In 315 BC, King Cassander of Macedon established the capital of Macedonia in the ancient Greek port town of Therma. As was popular among conquering rulers, he renamed it, in his case he renamed it for his wife who was the half-sister of Alexander the Great. Its inhabitants adapted to Hellenistic rule, and the city had its own government and king and was a fast-growing part of the Macedonian empire. After the fall of the Macedonian empire to the hands of the Romans in 168 BC, the city quickly adapted to Roman rule and because of its willing submission to Roman authority it became quite prosperous. An important trade hub between Asia and Europe, it rapidly developed into a multicultural city, with large populations of Greeks, Romans, Jews, Africans, and Persians.
Then one day around 50 AD, three men came to town and stirred up trouble. They had the audacity to say that Claudius Caesar was not a god and was not the king and supreme ruler of the world. They defiantly said that the real immortal and ever-living God had sent His only Son, Jesus Christ, to establish his eternal kingship and dominion over earth through His birth, death, and resurrection. These revolutionaries preached for three weeks, spreading their message and making converts until the people they couldn’t convert formed a mob and ran Paul, Timothy, and Silas out of Thessolonica. Yet the seeds they planted in that short time took root. The early church that was established among the Thessalonians not just endured, but grew as they abandoned their old ways of adopting to the rule of whatever conquerer was in power at the time. Instead, they submitted to the rule of Jesus Christ, who’s kingdom endures forever.
Of course, the Thesselonians were persecuted for their beliefs, and some were martyred by crucifixion at the hands of the Romans for the crime of inciting rebellion. Following the rule of God is hard, especially when it conflicts with our own desires. And if you’re a person in power, like Henry the VIII, it’s often easier to change the rules to suit your own whims. It’s much less trouble to establish the Church of England, with yourself as the Supreme Head than to submit to Church rules you find inconvenient. Five wives and several acts of Parliament later, being Catholic was a high crime for those who refused to be converted to Anglicanism.
Seen as a serious threat to the Church of England, remaining Catholics were actively hunted after the monasteries and convents were closed. In 1579, Richard Gwyn was arrested for being a Catholic by the Vicar of Wrexham, himself a former Catholic. Gwyn escaped and spent the next 18 months on the run until he was captured. He was shackled and carried to the Anglican church in Wrexham and placed in front of the pulpit so he could be forced to attend service. In response, he kicked his legs so hard that the noise of his chains drowned out the preacher, so they put him in stocks in the public square, where he proceeded to heckle the Anglican minister. For the next three years he continued to defy and heckle the authorities and worked to make converts to Catholicism. Richard Gwyn was eventually condemned to death by hanging, drawing, and quartering and martyred on 15 October, 1584. His last words were, “Jesus have mercy on me.” He is one of 359 Catholics martyred during the English Reformation.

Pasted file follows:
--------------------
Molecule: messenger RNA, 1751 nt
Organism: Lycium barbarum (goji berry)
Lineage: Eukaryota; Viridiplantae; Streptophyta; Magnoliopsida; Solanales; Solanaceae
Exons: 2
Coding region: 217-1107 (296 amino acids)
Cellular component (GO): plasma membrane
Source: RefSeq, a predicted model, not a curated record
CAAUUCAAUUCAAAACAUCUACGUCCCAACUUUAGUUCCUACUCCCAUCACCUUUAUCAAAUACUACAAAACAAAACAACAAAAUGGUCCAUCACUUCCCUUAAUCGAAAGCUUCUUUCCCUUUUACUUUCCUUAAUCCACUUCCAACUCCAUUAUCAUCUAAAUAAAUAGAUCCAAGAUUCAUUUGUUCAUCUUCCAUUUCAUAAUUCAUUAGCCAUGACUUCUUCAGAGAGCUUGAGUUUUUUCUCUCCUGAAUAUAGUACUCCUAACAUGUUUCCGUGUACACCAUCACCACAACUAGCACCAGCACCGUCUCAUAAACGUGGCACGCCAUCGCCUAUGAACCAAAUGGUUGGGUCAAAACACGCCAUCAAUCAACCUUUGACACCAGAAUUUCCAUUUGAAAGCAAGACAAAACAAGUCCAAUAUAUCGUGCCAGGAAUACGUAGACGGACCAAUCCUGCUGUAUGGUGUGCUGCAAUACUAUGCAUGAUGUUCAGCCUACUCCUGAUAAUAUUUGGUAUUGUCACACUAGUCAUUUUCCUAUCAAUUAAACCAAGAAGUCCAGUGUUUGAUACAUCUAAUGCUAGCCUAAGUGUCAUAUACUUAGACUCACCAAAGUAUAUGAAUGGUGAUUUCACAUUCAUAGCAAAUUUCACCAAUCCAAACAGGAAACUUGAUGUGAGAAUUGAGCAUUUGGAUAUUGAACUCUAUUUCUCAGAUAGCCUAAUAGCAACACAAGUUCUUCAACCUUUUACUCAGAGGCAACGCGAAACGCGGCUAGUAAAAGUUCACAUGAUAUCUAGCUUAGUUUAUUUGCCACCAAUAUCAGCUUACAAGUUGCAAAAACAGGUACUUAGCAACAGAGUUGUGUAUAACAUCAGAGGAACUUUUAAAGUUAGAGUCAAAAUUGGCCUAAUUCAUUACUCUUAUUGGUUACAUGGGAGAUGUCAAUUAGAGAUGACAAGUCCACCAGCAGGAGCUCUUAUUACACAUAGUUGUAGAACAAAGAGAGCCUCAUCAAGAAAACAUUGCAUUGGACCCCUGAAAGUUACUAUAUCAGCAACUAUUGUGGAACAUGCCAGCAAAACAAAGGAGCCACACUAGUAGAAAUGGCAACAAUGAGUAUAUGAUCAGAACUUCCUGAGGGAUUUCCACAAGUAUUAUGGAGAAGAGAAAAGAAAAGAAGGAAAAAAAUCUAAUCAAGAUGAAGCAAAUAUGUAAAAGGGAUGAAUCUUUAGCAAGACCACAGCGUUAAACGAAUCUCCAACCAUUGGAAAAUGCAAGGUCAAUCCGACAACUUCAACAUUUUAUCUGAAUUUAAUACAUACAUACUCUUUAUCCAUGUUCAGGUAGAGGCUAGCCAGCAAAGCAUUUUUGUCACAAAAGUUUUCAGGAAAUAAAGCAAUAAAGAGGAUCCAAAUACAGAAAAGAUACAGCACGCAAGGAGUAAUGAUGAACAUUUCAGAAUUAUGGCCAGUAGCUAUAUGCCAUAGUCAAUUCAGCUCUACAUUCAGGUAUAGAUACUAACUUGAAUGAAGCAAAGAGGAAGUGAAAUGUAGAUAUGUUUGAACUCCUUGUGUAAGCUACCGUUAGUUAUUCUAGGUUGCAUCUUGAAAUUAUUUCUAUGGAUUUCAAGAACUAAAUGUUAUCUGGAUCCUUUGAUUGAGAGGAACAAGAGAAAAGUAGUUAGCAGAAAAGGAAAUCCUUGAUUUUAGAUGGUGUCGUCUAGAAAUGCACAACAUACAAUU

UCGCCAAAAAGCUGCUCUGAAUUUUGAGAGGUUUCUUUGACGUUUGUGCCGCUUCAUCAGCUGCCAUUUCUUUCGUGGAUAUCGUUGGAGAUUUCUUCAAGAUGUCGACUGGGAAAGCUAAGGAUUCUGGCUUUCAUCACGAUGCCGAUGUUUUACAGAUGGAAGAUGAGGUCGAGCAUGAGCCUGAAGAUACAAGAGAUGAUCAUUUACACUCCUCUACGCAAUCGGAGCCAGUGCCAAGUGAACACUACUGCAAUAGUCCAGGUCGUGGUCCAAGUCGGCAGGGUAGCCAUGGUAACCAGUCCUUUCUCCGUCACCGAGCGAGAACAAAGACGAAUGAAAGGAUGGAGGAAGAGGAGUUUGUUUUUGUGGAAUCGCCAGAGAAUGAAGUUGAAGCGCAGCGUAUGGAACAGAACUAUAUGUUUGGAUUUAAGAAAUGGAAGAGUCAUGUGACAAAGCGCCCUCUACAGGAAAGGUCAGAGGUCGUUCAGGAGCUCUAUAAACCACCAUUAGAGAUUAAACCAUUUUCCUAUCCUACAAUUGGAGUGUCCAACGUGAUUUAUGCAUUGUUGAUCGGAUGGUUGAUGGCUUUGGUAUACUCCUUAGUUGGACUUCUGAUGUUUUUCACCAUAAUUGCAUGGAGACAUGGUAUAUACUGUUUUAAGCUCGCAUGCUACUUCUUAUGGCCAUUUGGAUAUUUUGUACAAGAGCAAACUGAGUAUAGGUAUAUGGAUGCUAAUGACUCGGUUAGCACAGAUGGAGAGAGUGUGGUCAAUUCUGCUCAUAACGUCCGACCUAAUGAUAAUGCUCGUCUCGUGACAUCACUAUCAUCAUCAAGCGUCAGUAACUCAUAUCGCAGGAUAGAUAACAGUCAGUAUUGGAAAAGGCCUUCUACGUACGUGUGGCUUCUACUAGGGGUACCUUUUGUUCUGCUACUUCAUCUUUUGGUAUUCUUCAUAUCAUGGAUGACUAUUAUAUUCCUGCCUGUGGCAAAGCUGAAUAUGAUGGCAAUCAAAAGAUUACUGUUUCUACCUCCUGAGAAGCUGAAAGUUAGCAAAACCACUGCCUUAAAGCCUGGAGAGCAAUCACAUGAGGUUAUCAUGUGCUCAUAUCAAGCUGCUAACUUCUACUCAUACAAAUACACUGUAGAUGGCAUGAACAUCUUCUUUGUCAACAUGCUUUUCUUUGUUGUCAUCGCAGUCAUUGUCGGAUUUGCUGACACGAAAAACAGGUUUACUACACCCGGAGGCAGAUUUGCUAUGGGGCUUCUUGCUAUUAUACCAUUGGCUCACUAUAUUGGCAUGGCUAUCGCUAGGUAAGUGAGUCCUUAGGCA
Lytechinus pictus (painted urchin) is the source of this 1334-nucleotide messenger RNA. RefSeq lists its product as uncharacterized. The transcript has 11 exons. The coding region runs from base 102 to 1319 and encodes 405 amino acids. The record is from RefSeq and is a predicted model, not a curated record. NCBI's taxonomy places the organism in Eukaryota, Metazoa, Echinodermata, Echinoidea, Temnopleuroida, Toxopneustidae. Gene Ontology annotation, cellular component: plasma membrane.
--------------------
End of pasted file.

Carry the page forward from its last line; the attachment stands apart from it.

It’s been almost 500 years since Henry the VIII started the English Reformation. But the persecution of Catholics continues, even here in the United States. Recent judicial nominee Brian Buescher recently came under fire for his membership in the Knights of Columbus. Senator Kamala Harris called the Knights “an all-male society” and asked Mr. Buescher if he was aware that the Knights held anti-abortion and anti-gay marriage views when he joined. Senator Mazie Hirono went further saying, “The Knights of Columbus has taken a number of extreme positions. For example, it was reportedly one of the top contributors to California’s Proposition 8 campaign to ban same-sex marriage.” She then asked Mr. Buescher if he would end his membership in the Knights if he was confirmed.
Today we are not facing crucifixion in this country for being Christians. We are not facing being hung, drawn, and quartered for being Catholic. We are not facing being martyred for holding such “extreme” views as traditional marriage and life beginning at conception. But that is today. That is here. Christians and Catholics around the world are being martyred right now for our beliefs. Only God knows what tomorrow will bring us in our country. Only He knows what tests we will face in the future as we hold fast to our faith in our Lord Jesus Christ and to the magisterium of the Catholic Church. The life of a Catholic Christian has always been a life of persecution for what we believe. We are hated by all nations for the sake of the name of Jesus. Our cross to bear is the Cross of Jesus Christ. So, brother Knights, brothers in Christ, be resolved to stand fast in the face of persecution. Stand fast in Jesus Christ.